Although the company is opening stores on the urban, east coast of the country, sales data show that 35 percent of the brand’s consumers are from third- and fourth-tier cities, normally found inland, a rising demographic that cannot be overlooked.

Rather than going directly to the lower tier cities on its own, Neiwai’s domestic expansion plan involves clustering with other luxury retailers, a move typical for most high-end brands in the country. “Now we see there are a lot of newly designed shopping centers opening up, firstly, in top-tier cities, but now they are gradually coming down to tier three cities or tier four cities, so we will go with them because, in China, the shopping mall business is dominated by a few big names,” Li said. “Once they decide to open up new stores in those lower tier cities, the best shopping center in the whole city, we will have a lot of confidence that it will be a very successful store.”

The couple also have plans to expand their brand into the children’s wear market and develop an off-line presence overseas. “In terms of global expansion, we are looking to new markets especially in North America, South East Asia and also Europe. In Europe, we are going to have our exhibition in July in the Interfiliere Paris,” Li said. “We are also looking to open up bricks-and-mortar stores in the U.S., probably in New York first because I was living there for 10 years.”

Neiwai markets itself on being a local company designing products for Chinese body types. “We actually help a lot of females with small breasts in China feel more confident and comfortable and that is very important because in China around like 60 percent are A cup or B cup. They were very not that confident about their bodies before as they couldn’t find any comfortable bras which fit them,” Liu said.

“We would like to instill more self-confidence in Chinese girls because it used to be that everyone had that cover girl from the Westernized magazine and think that’s the perfect body. But Chinese girls, most of them don’t look like that, that’s defined by genes, so what we’re telling them is that’s one kind of beauty but there are other kinds of beauty,” Li said.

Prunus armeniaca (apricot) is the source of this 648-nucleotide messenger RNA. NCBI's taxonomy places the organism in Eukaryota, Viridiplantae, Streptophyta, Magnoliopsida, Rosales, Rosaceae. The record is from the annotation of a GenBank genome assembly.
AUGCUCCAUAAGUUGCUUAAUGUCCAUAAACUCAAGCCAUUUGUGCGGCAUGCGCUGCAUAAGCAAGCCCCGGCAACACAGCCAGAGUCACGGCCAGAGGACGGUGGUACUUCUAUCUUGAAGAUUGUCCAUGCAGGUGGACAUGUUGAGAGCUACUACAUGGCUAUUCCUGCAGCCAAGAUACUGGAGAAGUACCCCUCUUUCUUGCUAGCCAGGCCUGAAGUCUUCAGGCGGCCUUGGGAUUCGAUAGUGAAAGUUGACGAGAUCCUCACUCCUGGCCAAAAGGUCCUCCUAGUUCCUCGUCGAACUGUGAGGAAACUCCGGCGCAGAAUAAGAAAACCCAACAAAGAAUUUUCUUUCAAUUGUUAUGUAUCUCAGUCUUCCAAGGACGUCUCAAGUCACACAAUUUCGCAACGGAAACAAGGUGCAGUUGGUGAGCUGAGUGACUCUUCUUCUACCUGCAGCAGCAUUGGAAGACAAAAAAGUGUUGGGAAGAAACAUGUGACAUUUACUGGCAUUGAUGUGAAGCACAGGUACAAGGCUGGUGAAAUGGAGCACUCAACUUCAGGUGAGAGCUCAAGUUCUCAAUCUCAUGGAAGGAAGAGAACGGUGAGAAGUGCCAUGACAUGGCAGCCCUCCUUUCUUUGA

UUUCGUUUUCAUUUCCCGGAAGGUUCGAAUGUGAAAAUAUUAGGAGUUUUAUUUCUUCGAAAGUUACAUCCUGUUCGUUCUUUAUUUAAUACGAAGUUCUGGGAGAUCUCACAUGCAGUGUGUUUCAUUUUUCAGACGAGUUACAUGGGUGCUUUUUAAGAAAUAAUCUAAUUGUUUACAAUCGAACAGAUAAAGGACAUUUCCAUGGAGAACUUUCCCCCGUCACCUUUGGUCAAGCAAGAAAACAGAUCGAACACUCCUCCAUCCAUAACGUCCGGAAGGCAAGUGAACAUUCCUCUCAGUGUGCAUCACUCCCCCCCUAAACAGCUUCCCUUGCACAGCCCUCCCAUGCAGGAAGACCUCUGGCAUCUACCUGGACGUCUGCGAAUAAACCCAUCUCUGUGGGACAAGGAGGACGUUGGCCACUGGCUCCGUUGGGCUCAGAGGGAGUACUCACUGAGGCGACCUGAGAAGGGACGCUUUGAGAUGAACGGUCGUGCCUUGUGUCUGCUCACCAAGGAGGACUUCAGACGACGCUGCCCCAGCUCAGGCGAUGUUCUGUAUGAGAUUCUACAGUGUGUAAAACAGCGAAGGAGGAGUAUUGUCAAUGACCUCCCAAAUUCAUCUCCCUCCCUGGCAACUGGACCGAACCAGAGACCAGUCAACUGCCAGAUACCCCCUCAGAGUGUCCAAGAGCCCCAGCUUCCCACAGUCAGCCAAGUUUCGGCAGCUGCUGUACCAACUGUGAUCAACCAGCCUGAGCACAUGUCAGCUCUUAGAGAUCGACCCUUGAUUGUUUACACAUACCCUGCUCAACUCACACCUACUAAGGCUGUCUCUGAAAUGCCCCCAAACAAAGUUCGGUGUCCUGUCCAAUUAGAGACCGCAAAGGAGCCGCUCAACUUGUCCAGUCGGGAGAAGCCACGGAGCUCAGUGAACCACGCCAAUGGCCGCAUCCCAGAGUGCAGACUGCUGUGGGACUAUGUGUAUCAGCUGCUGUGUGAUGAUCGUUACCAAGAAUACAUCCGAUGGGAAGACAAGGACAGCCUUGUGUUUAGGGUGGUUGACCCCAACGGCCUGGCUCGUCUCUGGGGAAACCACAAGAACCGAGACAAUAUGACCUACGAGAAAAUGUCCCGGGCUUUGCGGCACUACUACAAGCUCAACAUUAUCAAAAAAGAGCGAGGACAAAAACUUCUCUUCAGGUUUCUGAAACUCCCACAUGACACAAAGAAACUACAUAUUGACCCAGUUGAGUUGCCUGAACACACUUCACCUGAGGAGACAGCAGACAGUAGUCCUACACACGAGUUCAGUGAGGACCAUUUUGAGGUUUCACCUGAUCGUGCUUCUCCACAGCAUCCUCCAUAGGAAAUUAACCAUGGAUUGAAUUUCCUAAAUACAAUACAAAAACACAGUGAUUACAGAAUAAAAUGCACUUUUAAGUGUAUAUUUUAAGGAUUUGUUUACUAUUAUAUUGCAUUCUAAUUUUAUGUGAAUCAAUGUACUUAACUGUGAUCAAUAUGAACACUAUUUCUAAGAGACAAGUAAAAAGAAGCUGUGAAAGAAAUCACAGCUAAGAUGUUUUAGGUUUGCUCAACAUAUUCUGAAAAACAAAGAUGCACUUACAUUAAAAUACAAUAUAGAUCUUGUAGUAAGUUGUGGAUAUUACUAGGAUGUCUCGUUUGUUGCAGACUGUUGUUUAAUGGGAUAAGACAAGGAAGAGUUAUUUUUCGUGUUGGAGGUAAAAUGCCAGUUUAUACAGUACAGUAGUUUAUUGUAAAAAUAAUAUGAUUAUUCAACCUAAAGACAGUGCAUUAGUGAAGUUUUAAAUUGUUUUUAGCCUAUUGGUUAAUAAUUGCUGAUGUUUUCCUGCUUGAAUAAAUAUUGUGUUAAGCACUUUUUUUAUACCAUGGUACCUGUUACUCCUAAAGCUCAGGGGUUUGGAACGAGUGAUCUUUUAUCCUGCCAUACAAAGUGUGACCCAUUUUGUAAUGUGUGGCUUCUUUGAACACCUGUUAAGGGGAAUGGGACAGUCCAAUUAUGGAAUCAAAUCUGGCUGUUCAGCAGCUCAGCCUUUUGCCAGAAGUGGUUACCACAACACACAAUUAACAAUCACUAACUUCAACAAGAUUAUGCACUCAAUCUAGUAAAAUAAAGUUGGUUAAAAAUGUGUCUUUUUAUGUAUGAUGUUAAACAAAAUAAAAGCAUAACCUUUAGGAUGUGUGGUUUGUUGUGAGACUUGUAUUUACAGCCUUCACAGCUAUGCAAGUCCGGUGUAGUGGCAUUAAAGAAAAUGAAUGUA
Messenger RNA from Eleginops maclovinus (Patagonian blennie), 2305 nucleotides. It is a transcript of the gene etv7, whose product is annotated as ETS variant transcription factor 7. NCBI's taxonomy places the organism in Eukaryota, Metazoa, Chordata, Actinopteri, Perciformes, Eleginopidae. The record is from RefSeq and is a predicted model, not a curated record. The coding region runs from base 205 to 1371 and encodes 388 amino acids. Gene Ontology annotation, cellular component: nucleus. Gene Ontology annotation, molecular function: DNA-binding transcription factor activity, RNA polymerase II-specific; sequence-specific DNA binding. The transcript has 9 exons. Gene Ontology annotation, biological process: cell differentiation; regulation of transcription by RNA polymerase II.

The couple’s core concept of comfort and design propelled the brand to be one of the highest visited shops on Tmall and the eighth bestseller in last year’s Singles Day sale in the underwear category.

Neiwai’s chic, understated sixth anniversary art and fashion show was in stark contrast to the brash Victoria Secret Shanghai fashion show, which was held in China for the first time at the end of last year. Leading some to wonder if international lingerie retailers are missing the mark in the country.

“I think, with all fairness, even within Victoria Secret, they see the tide has turned. It’s not like they don’t know it. They are just too big to steer the ship and change the direction. They have a line of bralettes, which are very successful actually, but they have other traditional stuff,” Li said. “We notice this pattern in China especially, and actually also in other countries: domestic brands almost always win when there are choices because, all things considered, customers actually would like to believe domestic brands know their body better, and actually we do. We can provide them with the best fitting product.”

Neiwai will not forget its competitive advantage when entering the foreign marketplace, however, choosing to initially target segments they are already familiar with. “The U.S. has many different races. To begin with, we will target Asians and Caucasians with similar figure types. In the long run, we will set up design studios locally to compete with local brands,” the couple said.